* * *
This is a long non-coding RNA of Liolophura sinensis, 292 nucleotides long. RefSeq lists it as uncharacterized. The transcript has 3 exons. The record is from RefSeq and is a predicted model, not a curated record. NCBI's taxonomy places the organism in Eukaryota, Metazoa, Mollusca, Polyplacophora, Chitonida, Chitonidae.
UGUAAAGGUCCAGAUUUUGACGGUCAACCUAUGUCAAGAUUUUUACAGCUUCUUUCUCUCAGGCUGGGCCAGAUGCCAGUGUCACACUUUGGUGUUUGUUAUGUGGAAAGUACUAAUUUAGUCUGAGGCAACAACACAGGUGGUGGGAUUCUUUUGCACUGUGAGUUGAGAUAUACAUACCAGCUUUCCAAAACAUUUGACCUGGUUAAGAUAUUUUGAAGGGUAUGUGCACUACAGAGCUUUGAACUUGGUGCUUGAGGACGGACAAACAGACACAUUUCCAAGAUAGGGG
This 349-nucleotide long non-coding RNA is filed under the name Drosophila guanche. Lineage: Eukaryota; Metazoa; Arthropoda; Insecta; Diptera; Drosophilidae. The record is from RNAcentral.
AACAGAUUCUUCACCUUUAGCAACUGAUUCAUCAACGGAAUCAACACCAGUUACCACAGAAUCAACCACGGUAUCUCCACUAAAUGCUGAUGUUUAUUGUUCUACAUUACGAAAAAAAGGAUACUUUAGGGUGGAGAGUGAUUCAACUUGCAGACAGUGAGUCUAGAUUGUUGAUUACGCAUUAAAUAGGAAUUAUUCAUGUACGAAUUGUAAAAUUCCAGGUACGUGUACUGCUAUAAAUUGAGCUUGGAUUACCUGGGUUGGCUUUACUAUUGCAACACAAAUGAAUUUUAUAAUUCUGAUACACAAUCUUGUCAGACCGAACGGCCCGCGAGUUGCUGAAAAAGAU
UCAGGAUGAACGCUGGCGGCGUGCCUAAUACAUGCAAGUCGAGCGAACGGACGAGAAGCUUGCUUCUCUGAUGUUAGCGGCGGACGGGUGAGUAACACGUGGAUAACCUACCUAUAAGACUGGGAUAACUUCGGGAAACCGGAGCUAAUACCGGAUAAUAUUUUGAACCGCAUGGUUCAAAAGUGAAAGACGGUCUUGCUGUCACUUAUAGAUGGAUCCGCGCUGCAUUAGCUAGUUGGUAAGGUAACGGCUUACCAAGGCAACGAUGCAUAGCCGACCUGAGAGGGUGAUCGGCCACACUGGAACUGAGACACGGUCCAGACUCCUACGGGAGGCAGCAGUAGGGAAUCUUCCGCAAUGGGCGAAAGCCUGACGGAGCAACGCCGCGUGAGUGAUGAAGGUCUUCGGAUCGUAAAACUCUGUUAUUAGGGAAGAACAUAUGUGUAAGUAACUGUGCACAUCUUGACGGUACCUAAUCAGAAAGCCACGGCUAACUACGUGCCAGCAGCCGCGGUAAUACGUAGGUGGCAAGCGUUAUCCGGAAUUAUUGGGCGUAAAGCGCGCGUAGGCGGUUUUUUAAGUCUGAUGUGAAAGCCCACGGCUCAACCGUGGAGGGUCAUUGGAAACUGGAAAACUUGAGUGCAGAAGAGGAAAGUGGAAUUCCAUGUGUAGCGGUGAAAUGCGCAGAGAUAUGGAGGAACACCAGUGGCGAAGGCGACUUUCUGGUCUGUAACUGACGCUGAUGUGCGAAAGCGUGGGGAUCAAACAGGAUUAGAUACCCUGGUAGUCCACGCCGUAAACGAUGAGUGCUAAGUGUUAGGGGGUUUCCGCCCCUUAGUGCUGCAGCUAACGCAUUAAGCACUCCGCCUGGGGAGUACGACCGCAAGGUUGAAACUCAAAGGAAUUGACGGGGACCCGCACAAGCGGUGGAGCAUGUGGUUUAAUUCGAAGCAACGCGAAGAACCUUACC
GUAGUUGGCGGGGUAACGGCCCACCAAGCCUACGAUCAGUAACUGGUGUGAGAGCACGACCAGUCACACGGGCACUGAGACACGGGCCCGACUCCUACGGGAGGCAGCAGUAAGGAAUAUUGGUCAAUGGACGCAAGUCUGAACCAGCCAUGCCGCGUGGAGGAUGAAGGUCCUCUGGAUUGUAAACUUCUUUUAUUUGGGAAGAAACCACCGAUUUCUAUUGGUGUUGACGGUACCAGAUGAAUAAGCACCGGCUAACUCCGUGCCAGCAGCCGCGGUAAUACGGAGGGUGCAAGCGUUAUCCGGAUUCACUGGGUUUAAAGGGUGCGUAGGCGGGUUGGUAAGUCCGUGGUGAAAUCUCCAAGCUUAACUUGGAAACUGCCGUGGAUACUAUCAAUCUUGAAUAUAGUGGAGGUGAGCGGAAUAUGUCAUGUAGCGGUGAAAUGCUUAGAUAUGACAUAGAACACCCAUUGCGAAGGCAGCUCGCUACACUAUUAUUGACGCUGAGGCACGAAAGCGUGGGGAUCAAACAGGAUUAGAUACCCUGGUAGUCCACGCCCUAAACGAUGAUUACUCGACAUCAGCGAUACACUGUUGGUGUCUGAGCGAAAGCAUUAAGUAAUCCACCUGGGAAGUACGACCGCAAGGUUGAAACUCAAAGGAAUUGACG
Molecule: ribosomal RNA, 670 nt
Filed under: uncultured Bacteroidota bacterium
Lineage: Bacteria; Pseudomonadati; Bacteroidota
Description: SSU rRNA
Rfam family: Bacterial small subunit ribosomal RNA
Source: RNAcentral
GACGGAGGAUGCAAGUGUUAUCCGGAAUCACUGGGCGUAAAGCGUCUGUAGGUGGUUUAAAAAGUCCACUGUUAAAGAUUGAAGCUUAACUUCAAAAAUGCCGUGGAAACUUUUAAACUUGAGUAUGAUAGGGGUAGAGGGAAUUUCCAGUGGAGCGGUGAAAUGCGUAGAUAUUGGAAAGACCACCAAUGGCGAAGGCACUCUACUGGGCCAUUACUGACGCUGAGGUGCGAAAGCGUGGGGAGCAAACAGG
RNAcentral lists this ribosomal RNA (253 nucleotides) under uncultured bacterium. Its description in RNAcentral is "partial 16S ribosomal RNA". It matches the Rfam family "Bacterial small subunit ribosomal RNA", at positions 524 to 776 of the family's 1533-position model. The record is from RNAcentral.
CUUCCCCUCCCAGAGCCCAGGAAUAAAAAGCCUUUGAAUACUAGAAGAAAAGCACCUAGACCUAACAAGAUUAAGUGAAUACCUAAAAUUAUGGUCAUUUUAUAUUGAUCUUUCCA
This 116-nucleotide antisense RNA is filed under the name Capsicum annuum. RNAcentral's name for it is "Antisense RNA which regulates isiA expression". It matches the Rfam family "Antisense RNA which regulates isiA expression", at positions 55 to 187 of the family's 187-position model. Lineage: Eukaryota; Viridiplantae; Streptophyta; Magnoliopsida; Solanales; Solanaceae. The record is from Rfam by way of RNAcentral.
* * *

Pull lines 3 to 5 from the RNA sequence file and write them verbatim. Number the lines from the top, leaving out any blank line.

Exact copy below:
This 349-nucleotide long non-coding RNA is filed under the name Drosophila guanche. Lineage: Eukaryota; Metazoa; Arthropoda; Insecta; Diptera; Drosophilidae. The record is from RNAcentral.
AACAGAUUCUUCACCUUUAGCAACUGAUUCAUCAACGGAAUCAACACCAGUUACCACAGAAUCAACCACGGUAUCUCCACUAAAUGCUGAUGUUUAUUGUUCUACAUUACGAAAAAAAGGAUACUUUAGGGUGGAGAGUGAUUCAACUUGCAGACAGUGAGUCUAGAUUGUUGAUUACGCAUUAAAUAGGAAUUAUUCAUGUACGAAUUGUAAAAUUCCAGGUACGUGUACUGCUAUAAAUUGAGCUUGGAUUACCUGGGUUGGCUUUACUAUUGCAACACAAAUGAAUUUUAUAAUUCUGAUACACAAUCUUGUCAGACCGAACGGCCCGCGAGUUGCUGAAAAAGAU
UCAGGAUGAACGCUGGCGGCGUGCCUAAUACAUGCAAGUCGAGCGAACGGACGAGAAGCUUGCUUCUCUGAUGUUAGCGGCGGACGGGUGAGUAACACGUGGAUAACCUACCUAUAAGACUGGGAUAACUUCGGGAAACCGGAGCUAAUACCGGAUAAUAUUUUGAACCGCAUGGUUCAAAAGUGAAAGACGGUCUUGCUGUCACUUAUAGAUGGAUCCGCGCUGCAUUAGCUAGUUGGUAAGGUAACGGCUUACCAAGGCAACGAUGCAUAGCCGACCUGAGAGGGUGAUCGGCCACACUGGAACUGAGACACGGUCCAGACUCCUACGGGAGGCAGCAGUAGGGAAUCUUCCGCAAUGGGCGAAAGCCUGACGGAGCAACGCCGCGUGAGUGAUGAAGGUCUUCGGAUCGUAAAACUCUGUUAUUAGGGAAGAACAUAUGUGUAAGUAACUGUGCACAUCUUGACGGUACCUAAUCAGAAAGCCACGGCUAACUACGUGCCAGCAGCCGCGGUAAUACGUAGGUGGCAAGCGUUAUCCGGAAUUAUUGGGCGUAAAGCGCGCGUAGGCGGUUUUUUAAGUCUGAUGUGAAAGCCCACGGCUCAACCGUGGAGGGUCAUUGGAAACUGGAAAACUUGAGUGCAGAAGAGGAAAGUGGAAUUCCAUGUGUAGCGGUGAAAUGCGCAGAGAUAUGGAGGAACACCAGUGGCGAAGGCGACUUUCUGGUCUGUAACUGACGCUGAUGUGCGAAAGCGUGGGGAUCAAACAGGAUUAGAUACCCUGGUAGUCCACGCCGUAAACGAUGAGUGCUAAGUGUUAGGGGGUUUCCGCCCCUUAGUGCUGCAGCUAACGCAUUAAGCACUCCGCCUGGGGAGUACGACCGCAAGGUUGAAACUCAAAGGAAUUGACGGGGACCCGCACAAGCGGUGGAGCAUGUGGUUUAAUUCGAAGCAACGCGAAGAACCUUACC